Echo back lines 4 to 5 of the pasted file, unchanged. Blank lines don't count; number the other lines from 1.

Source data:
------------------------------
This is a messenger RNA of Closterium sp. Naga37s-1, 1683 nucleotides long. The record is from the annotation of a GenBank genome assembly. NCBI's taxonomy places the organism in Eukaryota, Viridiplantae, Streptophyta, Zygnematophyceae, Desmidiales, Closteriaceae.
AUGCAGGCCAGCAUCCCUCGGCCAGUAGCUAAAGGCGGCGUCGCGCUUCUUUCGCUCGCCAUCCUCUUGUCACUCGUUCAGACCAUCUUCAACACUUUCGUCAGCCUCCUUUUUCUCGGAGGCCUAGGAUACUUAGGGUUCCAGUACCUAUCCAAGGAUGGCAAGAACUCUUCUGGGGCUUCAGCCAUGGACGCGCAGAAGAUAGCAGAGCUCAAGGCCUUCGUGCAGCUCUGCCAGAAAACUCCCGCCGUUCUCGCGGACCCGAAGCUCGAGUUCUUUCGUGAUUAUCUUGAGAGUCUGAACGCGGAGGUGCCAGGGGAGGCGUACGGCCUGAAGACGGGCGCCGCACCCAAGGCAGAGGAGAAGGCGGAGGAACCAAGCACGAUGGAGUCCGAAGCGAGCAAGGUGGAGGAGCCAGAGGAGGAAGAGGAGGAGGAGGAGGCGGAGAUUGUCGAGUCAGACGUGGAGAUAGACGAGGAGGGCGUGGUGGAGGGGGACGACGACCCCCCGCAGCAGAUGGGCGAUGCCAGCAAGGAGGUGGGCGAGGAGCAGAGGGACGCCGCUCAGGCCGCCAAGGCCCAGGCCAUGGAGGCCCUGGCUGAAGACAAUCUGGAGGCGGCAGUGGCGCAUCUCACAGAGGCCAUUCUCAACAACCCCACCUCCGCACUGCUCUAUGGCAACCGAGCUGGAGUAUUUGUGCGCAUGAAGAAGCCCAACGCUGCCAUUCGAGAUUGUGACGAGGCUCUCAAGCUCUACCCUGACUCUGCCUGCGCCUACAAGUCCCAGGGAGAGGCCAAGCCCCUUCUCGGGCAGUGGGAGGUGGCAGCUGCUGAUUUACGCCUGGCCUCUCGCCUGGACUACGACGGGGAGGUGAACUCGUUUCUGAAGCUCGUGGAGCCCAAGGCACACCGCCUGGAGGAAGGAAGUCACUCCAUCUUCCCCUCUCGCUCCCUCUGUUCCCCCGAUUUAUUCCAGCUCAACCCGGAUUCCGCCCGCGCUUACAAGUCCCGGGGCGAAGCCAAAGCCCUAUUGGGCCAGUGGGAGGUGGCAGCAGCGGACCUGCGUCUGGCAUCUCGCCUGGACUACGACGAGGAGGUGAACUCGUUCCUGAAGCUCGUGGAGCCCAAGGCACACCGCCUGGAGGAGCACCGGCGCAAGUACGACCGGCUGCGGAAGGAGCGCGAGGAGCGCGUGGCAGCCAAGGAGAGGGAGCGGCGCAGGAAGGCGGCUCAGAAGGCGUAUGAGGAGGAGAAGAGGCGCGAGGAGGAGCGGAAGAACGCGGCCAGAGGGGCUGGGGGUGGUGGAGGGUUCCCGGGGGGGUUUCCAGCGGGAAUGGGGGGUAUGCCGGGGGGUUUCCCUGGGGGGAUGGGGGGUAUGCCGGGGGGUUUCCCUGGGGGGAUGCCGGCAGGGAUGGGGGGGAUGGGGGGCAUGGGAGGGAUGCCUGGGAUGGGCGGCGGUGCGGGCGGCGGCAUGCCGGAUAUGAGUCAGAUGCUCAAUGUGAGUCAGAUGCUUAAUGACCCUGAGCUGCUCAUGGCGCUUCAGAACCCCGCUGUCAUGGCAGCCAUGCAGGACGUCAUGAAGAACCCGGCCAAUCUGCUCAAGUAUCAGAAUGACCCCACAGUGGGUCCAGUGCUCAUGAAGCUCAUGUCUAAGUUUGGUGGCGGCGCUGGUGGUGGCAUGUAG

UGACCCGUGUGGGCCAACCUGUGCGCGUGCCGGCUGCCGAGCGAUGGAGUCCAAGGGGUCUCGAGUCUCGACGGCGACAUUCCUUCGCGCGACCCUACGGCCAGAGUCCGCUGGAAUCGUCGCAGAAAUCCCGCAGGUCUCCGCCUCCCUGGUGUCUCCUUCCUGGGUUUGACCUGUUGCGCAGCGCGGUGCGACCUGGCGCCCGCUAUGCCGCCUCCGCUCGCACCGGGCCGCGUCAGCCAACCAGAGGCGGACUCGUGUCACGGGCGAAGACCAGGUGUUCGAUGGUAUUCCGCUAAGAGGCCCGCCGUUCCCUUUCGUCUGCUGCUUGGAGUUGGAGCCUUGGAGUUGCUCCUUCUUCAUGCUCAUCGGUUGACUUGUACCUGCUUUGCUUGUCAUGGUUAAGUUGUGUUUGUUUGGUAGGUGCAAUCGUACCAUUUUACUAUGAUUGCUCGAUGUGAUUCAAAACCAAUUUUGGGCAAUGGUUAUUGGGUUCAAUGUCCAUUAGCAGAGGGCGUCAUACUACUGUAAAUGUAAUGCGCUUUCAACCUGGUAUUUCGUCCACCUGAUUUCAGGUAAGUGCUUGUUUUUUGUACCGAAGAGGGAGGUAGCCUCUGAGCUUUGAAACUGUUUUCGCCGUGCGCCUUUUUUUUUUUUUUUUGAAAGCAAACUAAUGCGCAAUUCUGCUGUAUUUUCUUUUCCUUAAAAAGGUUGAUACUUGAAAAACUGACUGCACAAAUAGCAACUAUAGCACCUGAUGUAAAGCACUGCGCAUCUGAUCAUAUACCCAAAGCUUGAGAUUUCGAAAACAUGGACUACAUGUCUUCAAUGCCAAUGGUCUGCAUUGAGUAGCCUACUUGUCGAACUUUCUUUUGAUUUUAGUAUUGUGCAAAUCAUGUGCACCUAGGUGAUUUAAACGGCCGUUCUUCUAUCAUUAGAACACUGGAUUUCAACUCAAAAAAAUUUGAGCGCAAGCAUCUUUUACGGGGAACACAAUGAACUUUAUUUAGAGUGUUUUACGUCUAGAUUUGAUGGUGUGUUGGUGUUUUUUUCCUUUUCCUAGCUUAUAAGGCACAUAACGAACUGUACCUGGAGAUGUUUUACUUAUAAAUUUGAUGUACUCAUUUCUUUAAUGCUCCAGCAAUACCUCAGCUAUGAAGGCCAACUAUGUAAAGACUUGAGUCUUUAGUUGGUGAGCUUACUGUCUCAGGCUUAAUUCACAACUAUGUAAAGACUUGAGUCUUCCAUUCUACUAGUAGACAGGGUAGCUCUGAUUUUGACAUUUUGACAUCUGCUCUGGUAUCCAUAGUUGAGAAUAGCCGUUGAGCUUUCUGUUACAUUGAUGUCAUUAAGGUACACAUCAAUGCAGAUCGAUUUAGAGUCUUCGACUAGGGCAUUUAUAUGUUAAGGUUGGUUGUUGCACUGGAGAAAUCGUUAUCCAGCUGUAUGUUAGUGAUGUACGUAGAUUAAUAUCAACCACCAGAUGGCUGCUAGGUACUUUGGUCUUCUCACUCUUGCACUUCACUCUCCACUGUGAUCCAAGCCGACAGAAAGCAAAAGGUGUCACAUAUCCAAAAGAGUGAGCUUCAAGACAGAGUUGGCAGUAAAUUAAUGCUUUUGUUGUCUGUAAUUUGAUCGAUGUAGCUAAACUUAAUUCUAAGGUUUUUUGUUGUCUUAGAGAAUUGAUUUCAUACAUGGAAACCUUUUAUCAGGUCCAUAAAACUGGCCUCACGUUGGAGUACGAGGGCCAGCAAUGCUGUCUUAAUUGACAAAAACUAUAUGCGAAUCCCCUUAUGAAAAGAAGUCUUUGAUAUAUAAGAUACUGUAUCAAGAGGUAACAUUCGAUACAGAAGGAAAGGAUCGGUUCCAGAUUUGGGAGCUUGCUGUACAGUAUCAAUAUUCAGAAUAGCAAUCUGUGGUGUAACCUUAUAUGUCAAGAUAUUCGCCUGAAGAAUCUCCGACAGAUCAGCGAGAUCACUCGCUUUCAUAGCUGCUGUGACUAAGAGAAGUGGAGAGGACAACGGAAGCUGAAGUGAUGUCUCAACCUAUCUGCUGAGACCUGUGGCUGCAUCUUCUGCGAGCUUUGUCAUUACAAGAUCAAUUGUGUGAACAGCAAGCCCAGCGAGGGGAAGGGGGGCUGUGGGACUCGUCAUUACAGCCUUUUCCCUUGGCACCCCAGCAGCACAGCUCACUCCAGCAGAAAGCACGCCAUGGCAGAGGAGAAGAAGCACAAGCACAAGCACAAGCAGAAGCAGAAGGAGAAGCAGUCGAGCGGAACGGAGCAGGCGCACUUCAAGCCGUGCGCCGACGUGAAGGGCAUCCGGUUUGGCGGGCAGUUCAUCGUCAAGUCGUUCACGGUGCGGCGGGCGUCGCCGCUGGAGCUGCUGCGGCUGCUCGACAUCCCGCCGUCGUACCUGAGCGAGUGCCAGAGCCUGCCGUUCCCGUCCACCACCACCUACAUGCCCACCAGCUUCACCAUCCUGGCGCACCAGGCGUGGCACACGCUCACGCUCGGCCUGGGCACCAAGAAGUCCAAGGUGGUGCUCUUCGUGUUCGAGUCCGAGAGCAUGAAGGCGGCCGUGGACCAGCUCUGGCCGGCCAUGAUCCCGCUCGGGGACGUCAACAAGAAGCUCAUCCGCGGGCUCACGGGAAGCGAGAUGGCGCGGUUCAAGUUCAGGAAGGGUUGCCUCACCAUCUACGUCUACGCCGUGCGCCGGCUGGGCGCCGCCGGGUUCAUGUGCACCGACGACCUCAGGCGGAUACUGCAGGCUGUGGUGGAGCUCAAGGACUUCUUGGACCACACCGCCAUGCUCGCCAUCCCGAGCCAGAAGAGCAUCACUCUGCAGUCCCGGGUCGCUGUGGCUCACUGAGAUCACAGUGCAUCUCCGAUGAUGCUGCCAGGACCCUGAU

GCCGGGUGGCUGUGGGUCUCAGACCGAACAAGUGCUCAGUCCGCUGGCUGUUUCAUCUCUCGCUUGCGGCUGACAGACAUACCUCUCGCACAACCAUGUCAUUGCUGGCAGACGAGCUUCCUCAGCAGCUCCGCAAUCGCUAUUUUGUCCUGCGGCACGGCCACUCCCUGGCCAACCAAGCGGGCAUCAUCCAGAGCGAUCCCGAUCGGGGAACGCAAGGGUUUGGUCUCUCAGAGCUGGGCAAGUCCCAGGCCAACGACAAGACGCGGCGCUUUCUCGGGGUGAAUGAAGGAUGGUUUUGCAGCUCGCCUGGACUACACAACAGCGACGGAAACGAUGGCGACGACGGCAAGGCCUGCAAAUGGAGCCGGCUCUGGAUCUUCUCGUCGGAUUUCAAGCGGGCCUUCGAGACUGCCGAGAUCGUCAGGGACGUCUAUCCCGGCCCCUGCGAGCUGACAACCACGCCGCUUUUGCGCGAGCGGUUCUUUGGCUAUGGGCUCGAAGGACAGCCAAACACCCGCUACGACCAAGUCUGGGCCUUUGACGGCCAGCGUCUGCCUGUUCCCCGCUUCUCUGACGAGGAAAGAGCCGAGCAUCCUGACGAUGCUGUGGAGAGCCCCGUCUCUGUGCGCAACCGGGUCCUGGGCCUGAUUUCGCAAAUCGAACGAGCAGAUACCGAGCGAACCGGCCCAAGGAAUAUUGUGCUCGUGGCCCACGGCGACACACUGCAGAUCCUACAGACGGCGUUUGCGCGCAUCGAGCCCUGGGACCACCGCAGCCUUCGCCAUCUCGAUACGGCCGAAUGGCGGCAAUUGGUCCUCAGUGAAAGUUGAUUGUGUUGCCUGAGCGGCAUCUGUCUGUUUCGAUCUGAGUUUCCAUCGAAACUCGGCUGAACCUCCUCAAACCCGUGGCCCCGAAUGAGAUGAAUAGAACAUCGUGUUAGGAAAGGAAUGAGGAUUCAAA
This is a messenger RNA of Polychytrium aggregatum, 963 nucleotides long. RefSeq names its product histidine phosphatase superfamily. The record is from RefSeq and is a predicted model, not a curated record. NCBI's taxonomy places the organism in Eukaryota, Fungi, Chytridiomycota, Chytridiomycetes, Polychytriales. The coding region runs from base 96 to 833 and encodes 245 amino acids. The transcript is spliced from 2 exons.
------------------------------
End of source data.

GCCGGGUGGCUGUGGGUCUCAGACCGAACAAGUGCUCAGUCCGCUGGCUGUUUCAUCUCUCGCUUGCGGCUGACAGACAUACCUCUCGCACAACCAUGUCAUUGCUGGCAGACGAGCUUCCUCAGCAGCUCCGCAAUCGCUAUUUUGUCCUGCGGCACGGCCACUCCCUGGCCAACCAAGCGGGCAUCAUCCAGAGCGAUCCCGAUCGGGGAACGCAAGGGUUUGGUCUCUCAGAGCUGGGCAAGUCCCAGGCCAACGACAAGACGCGGCGCUUUCUCGGGGUGAAUGAAGGAUGGUUUUGCAGCUCGCCUGGACUACACAACAGCGACGGAAACGAUGGCGACGACGGCAAGGCCUGCAAAUGGAGCCGGCUCUGGAUCUUCUCGUCGGAUUUCAAGCGGGCCUUCGAGACUGCCGAGAUCGUCAGGGACGUCUAUCCCGGCCCCUGCGAGCUGACAACCACGCCGCUUUUGCGCGAGCGGUUCUUUGGCUAUGGGCUCGAAGGACAGCCAAACACCCGCUACGACCAAGUCUGGGCCUUUGACGGCCAGCGUCUGCCUGUUCCCCGCUUCUCUGACGAGGAAAGAGCCGAGCAUCCUGACGAUGCUGUGGAGAGCCCCGUCUCUGUGCGCAACCGGGUCCUGGGCCUGAUUUCGCAAAUCGAACGAGCAGAUACCGAGCGAACCGGCCCAAGGAAUAUUGUGCUCGUGGCCCACGGCGACACACUGCAGAUCCUACAGACGGCGUUUGCGCGCAUCGAGCCCUGGGACCACCGCAGCCUUCGCCAUCUCGAUACGGCCGAAUGGCGGCAAUUGGUCCUCAGUGAAAGUUGAUUGUGUUGCCUGAGCGGCAUCUGUCUGUUUCGAUCUGAGUUUCCAUCGAAACUCGGCUGAACCUCCUCAAACCCGUGGCCCCGAAUGAGAUGAAUAGAACAUCGUGUUAGGAAAGGAAUGAGGAUUCAAA
This is a messenger RNA of Polychytrium aggregatum, 963 nucleotides long. RefSeq names its product histidine phosphatase superfamily. The record is from RefSeq and is a predicted model, not a curated record. NCBI's taxonomy places the organism in Eukaryota, Fungi, Chytridiomycota, Chytridiomycetes, Polychytriales. The coding region runs from base 96 to 833 and encodes 245 amino acids. The transcript is spliced from 2 exons.